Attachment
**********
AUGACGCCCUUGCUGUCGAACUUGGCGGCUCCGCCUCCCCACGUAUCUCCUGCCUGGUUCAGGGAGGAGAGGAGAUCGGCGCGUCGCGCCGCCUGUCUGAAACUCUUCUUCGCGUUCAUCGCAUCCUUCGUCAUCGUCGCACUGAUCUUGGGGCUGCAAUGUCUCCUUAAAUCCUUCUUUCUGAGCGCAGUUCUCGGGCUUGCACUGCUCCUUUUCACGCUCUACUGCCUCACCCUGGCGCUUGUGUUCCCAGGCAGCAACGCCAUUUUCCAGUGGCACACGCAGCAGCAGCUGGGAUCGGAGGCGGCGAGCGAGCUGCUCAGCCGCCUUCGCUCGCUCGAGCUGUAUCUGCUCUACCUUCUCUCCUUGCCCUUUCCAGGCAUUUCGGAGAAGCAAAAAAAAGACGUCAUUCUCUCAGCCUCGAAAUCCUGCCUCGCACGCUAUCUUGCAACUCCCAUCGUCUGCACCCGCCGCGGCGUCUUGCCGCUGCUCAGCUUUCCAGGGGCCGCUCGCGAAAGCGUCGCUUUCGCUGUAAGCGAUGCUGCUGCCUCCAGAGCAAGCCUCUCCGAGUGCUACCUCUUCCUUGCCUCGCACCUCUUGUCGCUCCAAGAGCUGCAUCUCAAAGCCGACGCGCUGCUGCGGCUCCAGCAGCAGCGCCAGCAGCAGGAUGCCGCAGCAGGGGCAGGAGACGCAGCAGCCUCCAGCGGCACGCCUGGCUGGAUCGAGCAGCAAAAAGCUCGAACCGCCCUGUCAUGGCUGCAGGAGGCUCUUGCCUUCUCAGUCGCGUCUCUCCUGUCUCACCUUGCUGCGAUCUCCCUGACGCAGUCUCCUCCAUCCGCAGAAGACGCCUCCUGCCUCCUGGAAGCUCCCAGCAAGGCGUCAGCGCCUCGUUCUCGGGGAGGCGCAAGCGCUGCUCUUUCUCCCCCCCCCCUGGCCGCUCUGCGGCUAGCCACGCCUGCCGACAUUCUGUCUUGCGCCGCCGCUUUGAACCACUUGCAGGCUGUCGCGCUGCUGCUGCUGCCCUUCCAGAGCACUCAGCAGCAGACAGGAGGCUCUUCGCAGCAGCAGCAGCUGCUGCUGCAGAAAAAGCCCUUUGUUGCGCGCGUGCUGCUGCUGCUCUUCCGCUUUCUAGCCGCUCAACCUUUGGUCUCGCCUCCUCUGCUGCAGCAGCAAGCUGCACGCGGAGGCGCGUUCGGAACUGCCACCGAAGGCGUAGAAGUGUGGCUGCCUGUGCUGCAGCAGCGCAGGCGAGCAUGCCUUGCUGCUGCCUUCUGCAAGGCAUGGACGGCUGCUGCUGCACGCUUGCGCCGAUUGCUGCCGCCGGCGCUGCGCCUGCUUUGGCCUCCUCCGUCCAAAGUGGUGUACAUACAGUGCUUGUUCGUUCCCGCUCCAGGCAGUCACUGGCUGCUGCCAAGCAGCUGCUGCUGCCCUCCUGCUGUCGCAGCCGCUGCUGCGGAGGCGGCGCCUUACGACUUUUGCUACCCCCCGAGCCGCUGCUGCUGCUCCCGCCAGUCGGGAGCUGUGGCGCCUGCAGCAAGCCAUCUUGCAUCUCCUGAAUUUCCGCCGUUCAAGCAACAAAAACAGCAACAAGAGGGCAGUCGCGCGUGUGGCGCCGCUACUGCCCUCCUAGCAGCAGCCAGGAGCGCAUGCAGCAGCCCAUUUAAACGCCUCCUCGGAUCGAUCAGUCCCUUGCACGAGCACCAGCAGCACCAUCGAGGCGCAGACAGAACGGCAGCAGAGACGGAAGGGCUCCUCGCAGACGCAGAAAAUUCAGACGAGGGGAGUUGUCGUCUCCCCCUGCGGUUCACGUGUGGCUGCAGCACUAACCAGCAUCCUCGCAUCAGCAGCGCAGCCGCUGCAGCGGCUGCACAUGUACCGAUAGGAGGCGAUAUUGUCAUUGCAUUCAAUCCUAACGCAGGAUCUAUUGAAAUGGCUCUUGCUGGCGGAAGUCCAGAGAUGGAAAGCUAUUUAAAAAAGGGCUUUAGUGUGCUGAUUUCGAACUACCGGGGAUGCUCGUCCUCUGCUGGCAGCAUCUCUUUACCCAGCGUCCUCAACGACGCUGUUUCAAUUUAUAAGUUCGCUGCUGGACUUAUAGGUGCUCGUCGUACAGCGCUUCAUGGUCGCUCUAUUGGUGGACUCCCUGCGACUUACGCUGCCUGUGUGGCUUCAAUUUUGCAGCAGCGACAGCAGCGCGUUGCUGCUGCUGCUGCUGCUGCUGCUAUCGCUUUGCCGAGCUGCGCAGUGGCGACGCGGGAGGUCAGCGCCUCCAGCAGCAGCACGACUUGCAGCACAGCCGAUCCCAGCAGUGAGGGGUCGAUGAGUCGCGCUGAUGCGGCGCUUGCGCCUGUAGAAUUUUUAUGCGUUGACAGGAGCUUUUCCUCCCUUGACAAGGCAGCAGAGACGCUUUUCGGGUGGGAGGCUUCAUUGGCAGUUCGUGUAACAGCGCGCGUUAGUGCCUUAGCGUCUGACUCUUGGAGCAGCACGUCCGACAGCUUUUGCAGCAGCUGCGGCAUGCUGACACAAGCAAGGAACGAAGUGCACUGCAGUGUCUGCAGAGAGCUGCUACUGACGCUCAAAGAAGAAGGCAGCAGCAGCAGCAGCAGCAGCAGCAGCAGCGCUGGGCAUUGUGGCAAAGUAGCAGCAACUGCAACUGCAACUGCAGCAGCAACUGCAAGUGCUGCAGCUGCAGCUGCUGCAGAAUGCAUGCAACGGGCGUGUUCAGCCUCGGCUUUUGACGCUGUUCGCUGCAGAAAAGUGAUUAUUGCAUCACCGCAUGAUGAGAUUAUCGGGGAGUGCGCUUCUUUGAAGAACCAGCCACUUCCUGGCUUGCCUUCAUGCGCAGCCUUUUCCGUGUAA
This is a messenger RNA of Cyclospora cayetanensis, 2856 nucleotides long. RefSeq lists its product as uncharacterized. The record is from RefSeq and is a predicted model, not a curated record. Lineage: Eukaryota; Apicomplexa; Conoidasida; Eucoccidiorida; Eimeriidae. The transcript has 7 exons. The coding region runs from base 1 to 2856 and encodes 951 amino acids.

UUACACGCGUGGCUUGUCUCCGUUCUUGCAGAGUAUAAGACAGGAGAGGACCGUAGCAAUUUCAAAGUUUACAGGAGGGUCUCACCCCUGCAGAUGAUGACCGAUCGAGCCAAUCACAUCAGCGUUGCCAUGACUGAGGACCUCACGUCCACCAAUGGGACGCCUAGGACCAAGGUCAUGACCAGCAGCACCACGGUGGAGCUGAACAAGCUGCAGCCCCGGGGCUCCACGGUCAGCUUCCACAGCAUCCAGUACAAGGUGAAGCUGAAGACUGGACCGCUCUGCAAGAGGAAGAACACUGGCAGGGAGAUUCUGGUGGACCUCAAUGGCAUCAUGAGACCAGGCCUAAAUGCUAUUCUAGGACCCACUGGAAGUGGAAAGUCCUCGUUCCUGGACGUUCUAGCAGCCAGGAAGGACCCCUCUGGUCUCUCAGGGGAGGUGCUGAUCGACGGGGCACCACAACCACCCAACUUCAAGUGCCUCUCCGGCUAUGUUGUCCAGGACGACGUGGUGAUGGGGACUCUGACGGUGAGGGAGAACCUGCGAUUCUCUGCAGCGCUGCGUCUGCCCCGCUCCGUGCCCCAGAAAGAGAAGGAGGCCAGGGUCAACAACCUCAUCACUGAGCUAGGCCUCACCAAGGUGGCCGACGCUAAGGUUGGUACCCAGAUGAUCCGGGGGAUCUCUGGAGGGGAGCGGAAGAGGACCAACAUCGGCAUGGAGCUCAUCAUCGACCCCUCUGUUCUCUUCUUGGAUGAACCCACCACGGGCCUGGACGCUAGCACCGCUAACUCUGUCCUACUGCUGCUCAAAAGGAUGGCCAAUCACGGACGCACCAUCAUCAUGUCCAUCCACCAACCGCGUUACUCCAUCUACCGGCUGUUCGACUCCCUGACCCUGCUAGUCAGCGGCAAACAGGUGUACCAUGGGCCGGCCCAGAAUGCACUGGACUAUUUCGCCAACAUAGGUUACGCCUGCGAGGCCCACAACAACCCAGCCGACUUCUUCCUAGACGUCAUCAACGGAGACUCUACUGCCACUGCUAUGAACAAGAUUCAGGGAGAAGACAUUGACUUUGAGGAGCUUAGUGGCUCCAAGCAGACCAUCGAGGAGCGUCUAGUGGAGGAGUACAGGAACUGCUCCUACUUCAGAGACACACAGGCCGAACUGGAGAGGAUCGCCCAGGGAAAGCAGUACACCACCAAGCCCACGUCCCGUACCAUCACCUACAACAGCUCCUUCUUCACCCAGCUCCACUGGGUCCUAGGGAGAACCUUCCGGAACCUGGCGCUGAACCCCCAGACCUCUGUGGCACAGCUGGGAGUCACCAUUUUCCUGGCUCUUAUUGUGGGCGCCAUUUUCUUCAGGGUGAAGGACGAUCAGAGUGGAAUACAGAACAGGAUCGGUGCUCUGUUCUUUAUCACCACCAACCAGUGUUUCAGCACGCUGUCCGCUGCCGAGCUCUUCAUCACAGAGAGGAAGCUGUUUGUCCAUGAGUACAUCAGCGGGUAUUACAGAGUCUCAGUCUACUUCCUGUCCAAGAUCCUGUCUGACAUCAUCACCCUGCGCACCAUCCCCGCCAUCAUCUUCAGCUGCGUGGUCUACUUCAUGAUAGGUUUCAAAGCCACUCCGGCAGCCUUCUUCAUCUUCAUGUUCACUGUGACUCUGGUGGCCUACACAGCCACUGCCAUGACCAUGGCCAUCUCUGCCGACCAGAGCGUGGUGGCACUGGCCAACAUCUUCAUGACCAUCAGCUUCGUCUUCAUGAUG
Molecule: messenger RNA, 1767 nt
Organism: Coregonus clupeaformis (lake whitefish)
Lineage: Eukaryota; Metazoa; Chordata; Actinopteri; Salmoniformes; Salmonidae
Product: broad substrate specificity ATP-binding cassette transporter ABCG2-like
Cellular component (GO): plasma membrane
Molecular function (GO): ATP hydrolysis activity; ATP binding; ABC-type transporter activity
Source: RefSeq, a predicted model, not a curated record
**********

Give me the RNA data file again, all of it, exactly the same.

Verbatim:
AUGACGCCCUUGCUGUCGAACUUGGCGGCUCCGCCUCCCCACGUAUCUCCUGCCUGGUUCAGGGAGGAGAGGAGAUCGGCGCGUCGCGCCGCCUGUCUGAAACUCUUCUUCGCGUUCAUCGCAUCCUUCGUCAUCGUCGCACUGAUCUUGGGGCUGCAAUGUCUCCUUAAAUCCUUCUUUCUGAGCGCAGUUCUCGGGCUUGCACUGCUCCUUUUCACGCUCUACUGCCUCACCCUGGCGCUUGUGUUCCCAGGCAGCAACGCCAUUUUCCAGUGGCACACGCAGCAGCAGCUGGGAUCGGAGGCGGCGAGCGAGCUGCUCAGCCGCCUUCGCUCGCUCGAGCUGUAUCUGCUCUACCUUCUCUCCUUGCCCUUUCCAGGCAUUUCGGAGAAGCAAAAAAAAGACGUCAUUCUCUCAGCCUCGAAAUCCUGCCUCGCACGCUAUCUUGCAACUCCCAUCGUCUGCACCCGCCGCGGCGUCUUGCCGCUGCUCAGCUUUCCAGGGGCCGCUCGCGAAAGCGUCGCUUUCGCUGUAAGCGAUGCUGCUGCCUCCAGAGCAAGCCUCUCCGAGUGCUACCUCUUCCUUGCCUCGCACCUCUUGUCGCUCCAAGAGCUGCAUCUCAAAGCCGACGCGCUGCUGCGGCUCCAGCAGCAGCGCCAGCAGCAGGAUGCCGCAGCAGGGGCAGGAGACGCAGCAGCCUCCAGCGGCACGCCUGGCUGGAUCGAGCAGCAAAAAGCUCGAACCGCCCUGUCAUGGCUGCAGGAGGCUCUUGCCUUCUCAGUCGCGUCUCUCCUGUCUCACCUUGCUGCGAUCUCCCUGACGCAGUCUCCUCCAUCCGCAGAAGACGCCUCCUGCCUCCUGGAAGCUCCCAGCAAGGCGUCAGCGCCUCGUUCUCGGGGAGGCGCAAGCGCUGCUCUUUCUCCCCCCCCCCUGGCCGCUCUGCGGCUAGCCACGCCUGCCGACAUUCUGUCUUGCGCCGCCGCUUUGAACCACUUGCAGGCUGUCGCGCUGCUGCUGCUGCCCUUCCAGAGCACUCAGCAGCAGACAGGAGGCUCUUCGCAGCAGCAGCAGCUGCUGCUGCAGAAAAAGCCCUUUGUUGCGCGCGUGCUGCUGCUGCUCUUCCGCUUUCUAGCCGCUCAACCUUUGGUCUCGCCUCCUCUGCUGCAGCAGCAAGCUGCACGCGGAGGCGCGUUCGGAACUGCCACCGAAGGCGUAGAAGUGUGGCUGCCUGUGCUGCAGCAGCGCAGGCGAGCAUGCCUUGCUGCUGCCUUCUGCAAGGCAUGGACGGCUGCUGCUGCACGCUUGCGCCGAUUGCUGCCGCCGGCGCUGCGCCUGCUUUGGCCUCCUCCGUCCAAAGUGGUGUACAUACAGUGCUUGUUCGUUCCCGCUCCAGGCAGUCACUGGCUGCUGCCAAGCAGCUGCUGCUGCCCUCCUGCUGUCGCAGCCGCUGCUGCGGAGGCGGCGCCUUACGACUUUUGCUACCCCCCGAGCCGCUGCUGCUGCUCCCGCCAGUCGGGAGCUGUGGCGCCUGCAGCAAGCCAUCUUGCAUCUCCUGAAUUUCCGCCGUUCAAGCAACAAAAACAGCAACAAGAGGGCAGUCGCGCGUGUGGCGCCGCUACUGCCCUCCUAGCAGCAGCCAGGAGCGCAUGCAGCAGCCCAUUUAAACGCCUCCUCGGAUCGAUCAGUCCCUUGCACGAGCACCAGCAGCACCAUCGAGGCGCAGACAGAACGGCAGCAGAGACGGAAGGGCUCCUCGCAGACGCAGAAAAUUCAGACGAGGGGAGUUGUCGUCUCCCCCUGCGGUUCACGUGUGGCUGCAGCACUAACCAGCAUCCUCGCAUCAGCAGCGCAGCCGCUGCAGCGGCUGCACAUGUACCGAUAGGAGGCGAUAUUGUCAUUGCAUUCAAUCCUAACGCAGGAUCUAUUGAAAUGGCUCUUGCUGGCGGAAGUCCAGAGAUGGAAAGCUAUUUAAAAAAGGGCUUUAGUGUGCUGAUUUCGAACUACCGGGGAUGCUCGUCCUCUGCUGGCAGCAUCUCUUUACCCAGCGUCCUCAACGACGCUGUUUCAAUUUAUAAGUUCGCUGCUGGACUUAUAGGUGCUCGUCGUACAGCGCUUCAUGGUCGCUCUAUUGGUGGACUCCCUGCGACUUACGCUGCCUGUGUGGCUUCAAUUUUGCAGCAGCGACAGCAGCGCGUUGCUGCUGCUGCUGCUGCUGCUGCUAUCGCUUUGCCGAGCUGCGCAGUGGCGACGCGGGAGGUCAGCGCCUCCAGCAGCAGCACGACUUGCAGCACAGCCGAUCCCAGCAGUGAGGGGUCGAUGAGUCGCGCUGAUGCGGCGCUUGCGCCUGUAGAAUUUUUAUGCGUUGACAGGAGCUUUUCCUCCCUUGACAAGGCAGCAGAGACGCUUUUCGGGUGGGAGGCUUCAUUGGCAGUUCGUGUAACAGCGCGCGUUAGUGCCUUAGCGUCUGACUCUUGGAGCAGCACGUCCGACAGCUUUUGCAGCAGCUGCGGCAUGCUGACACAAGCAAGGAACGAAGUGCACUGCAGUGUCUGCAGAGAGCUGCUACUGACGCUCAAAGAAGAAGGCAGCAGCAGCAGCAGCAGCAGCAGCAGCAGCGCUGGGCAUUGUGGCAAAGUAGCAGCAACUGCAACUGCAACUGCAGCAGCAACUGCAAGUGCUGCAGCUGCAGCUGCUGCAGAAUGCAUGCAACGGGCGUGUUCAGCCUCGGCUUUUGACGCUGUUCGCUGCAGAAAAGUGAUUAUUGCAUCACCGCAUGAUGAGAUUAUCGGGGAGUGCGCUUCUUUGAAGAACCAGCCACUUCCUGGCUUGCCUUCAUGCGCAGCCUUUUCCGUGUAA
This is a messenger RNA of Cyclospora cayetanensis, 2856 nucleotides long. RefSeq lists its product as uncharacterized. The record is from RefSeq and is a predicted model, not a curated record. Lineage: Eukaryota; Apicomplexa; Conoidasida; Eucoccidiorida; Eimeriidae. The transcript has 7 exons. The coding region runs from base 1 to 2856 and encodes 951 amino acids.

UUACACGCGUGGCUUGUCUCCGUUCUUGCAGAGUAUAAGACAGGAGAGGACCGUAGCAAUUUCAAAGUUUACAGGAGGGUCUCACCCCUGCAGAUGAUGACCGAUCGAGCCAAUCACAUCAGCGUUGCCAUGACUGAGGACCUCACGUCCACCAAUGGGACGCCUAGGACCAAGGUCAUGACCAGCAGCACCACGGUGGAGCUGAACAAGCUGCAGCCCCGGGGCUCCACGGUCAGCUUCCACAGCAUCCAGUACAAGGUGAAGCUGAAGACUGGACCGCUCUGCAAGAGGAAGAACACUGGCAGGGAGAUUCUGGUGGACCUCAAUGGCAUCAUGAGACCAGGCCUAAAUGCUAUUCUAGGACCCACUGGAAGUGGAAAGUCCUCGUUCCUGGACGUUCUAGCAGCCAGGAAGGACCCCUCUGGUCUCUCAGGGGAGGUGCUGAUCGACGGGGCACCACAACCACCCAACUUCAAGUGCCUCUCCGGCUAUGUUGUCCAGGACGACGUGGUGAUGGGGACUCUGACGGUGAGGGAGAACCUGCGAUUCUCUGCAGCGCUGCGUCUGCCCCGCUCCGUGCCCCAGAAAGAGAAGGAGGCCAGGGUCAACAACCUCAUCACUGAGCUAGGCCUCACCAAGGUGGCCGACGCUAAGGUUGGUACCCAGAUGAUCCGGGGGAUCUCUGGAGGGGAGCGGAAGAGGACCAACAUCGGCAUGGAGCUCAUCAUCGACCCCUCUGUUCUCUUCUUGGAUGAACCCACCACGGGCCUGGACGCUAGCACCGCUAACUCUGUCCUACUGCUGCUCAAAAGGAUGGCCAAUCACGGACGCACCAUCAUCAUGUCCAUCCACCAACCGCGUUACUCCAUCUACCGGCUGUUCGACUCCCUGACCCUGCUAGUCAGCGGCAAACAGGUGUACCAUGGGCCGGCCCAGAAUGCACUGGACUAUUUCGCCAACAUAGGUUACGCCUGCGAGGCCCACAACAACCCAGCCGACUUCUUCCUAGACGUCAUCAACGGAGACUCUACUGCCACUGCUAUGAACAAGAUUCAGGGAGAAGACAUUGACUUUGAGGAGCUUAGUGGCUCCAAGCAGACCAUCGAGGAGCGUCUAGUGGAGGAGUACAGGAACUGCUCCUACUUCAGAGACACACAGGCCGAACUGGAGAGGAUCGCCCAGGGAAAGCAGUACACCACCAAGCCCACGUCCCGUACCAUCACCUACAACAGCUCCUUCUUCACCCAGCUCCACUGGGUCCUAGGGAGAACCUUCCGGAACCUGGCGCUGAACCCCCAGACCUCUGUGGCACAGCUGGGAGUCACCAUUUUCCUGGCUCUUAUUGUGGGCGCCAUUUUCUUCAGGGUGAAGGACGAUCAGAGUGGAAUACAGAACAGGAUCGGUGCUCUGUUCUUUAUCACCACCAACCAGUGUUUCAGCACGCUGUCCGCUGCCGAGCUCUUCAUCACAGAGAGGAAGCUGUUUGUCCAUGAGUACAUCAGCGGGUAUUACAGAGUCUCAGUCUACUUCCUGUCCAAGAUCCUGUCUGACAUCAUCACCCUGCGCACCAUCCCCGCCAUCAUCUUCAGCUGCGUGGUCUACUUCAUGAUAGGUUUCAAAGCCACUCCGGCAGCCUUCUUCAUCUUCAUGUUCACUGUGACUCUGGUGGCCUACACAGCCACUGCCAUGACCAUGGCCAUCUCUGCCGACCAGAGCGUGGUGGCACUGGCCAACAUCUUCAUGACCAUCAGCUUCGUCUUCAUGAUG
Molecule: messenger RNA, 1767 nt
Organism: Coregonus clupeaformis (lake whitefish)
Lineage: Eukaryota; Metazoa; Chordata; Actinopteri; Salmoniformes; Salmonidae
Product: broad substrate specificity ATP-binding cassette transporter ABCG2-like
Cellular component (GO): plasma membrane
Molecular function (GO): ATP hydrolysis activity; ATP binding; ABC-type transporter activity
Source: RefSeq, a predicted model, not a curated record